What the Book Is About

What the Book Is About

Lev is determined to beat his rival on the wrestling team and make it to the state championships, while Mikayla wants to follow in the footsteps of her wrestling champ father and older brothers. When she joins the Gladiators and becomes Lev’s training partner, he’s not happy to be working with a girl, and some of the other boys don’t want Mickey on the team at all. Eventually, Lev comes to respect her skill and determination to succeed in a male-dominated sport, and he begins to see wrestling in a different light. Told in alternating chapters through the eyes of Lev and Mickey, Takedown introduces kids to a less common sport. It’s also about friendship, responsibility, discrimination, and the price of winning at all costs.

Jewish Content & Values

  • Lev’s father is Israeli, and Lev calls him Abba (Hebrew for Dad). Lev has been to Israel twice to visit his Saba and Safta (grandparents).
  • Lev’s family celebrates Hanukkah and Passover.
  • Lev’s family used to have Shabbat (sabbath) dinner until wrestling got in the way; Lev misses their Friday night dinners and making challah with his sister and father. Later in the book, Lev decides he wants to make Shabbat a priority.
  • Wrestling is not just the subject of this book; it is linked thematically to Lev and Mickey’s struggles to resolve conflicts within themselves and with siblings, to grow as a result of the experience, and to find their place in their community. While writing Takedown, the author was inspired by the Biblical story of Jacob wrestling with the angel (Genesis 32:25).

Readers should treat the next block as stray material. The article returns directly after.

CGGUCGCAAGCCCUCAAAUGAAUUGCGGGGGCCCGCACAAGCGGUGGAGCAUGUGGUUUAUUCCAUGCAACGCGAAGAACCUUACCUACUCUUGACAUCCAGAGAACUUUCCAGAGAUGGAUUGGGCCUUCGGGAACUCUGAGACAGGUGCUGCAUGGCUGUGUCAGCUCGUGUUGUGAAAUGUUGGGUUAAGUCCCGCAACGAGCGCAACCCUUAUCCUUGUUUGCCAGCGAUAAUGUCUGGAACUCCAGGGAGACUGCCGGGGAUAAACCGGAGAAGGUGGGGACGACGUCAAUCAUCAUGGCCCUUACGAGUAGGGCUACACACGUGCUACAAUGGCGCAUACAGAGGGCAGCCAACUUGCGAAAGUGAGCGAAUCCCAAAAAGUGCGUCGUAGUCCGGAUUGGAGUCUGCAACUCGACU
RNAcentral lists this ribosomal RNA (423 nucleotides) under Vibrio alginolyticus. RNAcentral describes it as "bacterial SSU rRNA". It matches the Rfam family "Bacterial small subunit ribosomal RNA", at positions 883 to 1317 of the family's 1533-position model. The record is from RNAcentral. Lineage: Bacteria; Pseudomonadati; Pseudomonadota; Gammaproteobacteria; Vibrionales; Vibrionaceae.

Positive Role Models

  • Lev is initially against wrestling against a girl, but when he realizes how unfair it is that Mikayla is experiencing discrimination, he works to change the attitudes of his teammates and their fans. When he sees his idol playing dirty and accidentally hurts a friend during practice, he misses the fun and good sportsmanship of the less competitive stages of the sport.
  • Mickey idolizes her older brothers and her father, all wrestling champions, and she wants to follow in their footsteps. She shows grit and determination in joining the more competitive all-boy team and refuses to quit even when her teammates won’t accept her and male opponents refuse to wrestle against her. When her brother deliberately hurts another boy, she does the right thing despite the potential consequences to the family’s relationships.

Content Advisory

Wrestling is a very physical and occasionally violent sport. Mickey's brother and Lev's idol, Evan, has anger management problems, and he attacks a boy at a match, which Lev, in particular, finds upsetting.

Talk It Over

Some of the boys refuse to wrestle Mickey just because she's a girl. Have you ever witnessed someone being unfairly exclused? What did you do?

More for You

Baseball may lay claim as the sport most loved by Jews, but we have a history with wrestling too, going back to the Bible. In the book of Genesis (Bereshit), Jacob wrestles with God, after which he earns the name Israel. In contemporary sports, William Goldberg is the only Jewish champion of World Championship Wrestling. Another successful professional wrestler, Barry Horowitz, wrestled with a Star of David on his trunks and entered the ring to Hava Nagila, while Colt Cabana paid for his first wrestling training with his bar mitzvah money.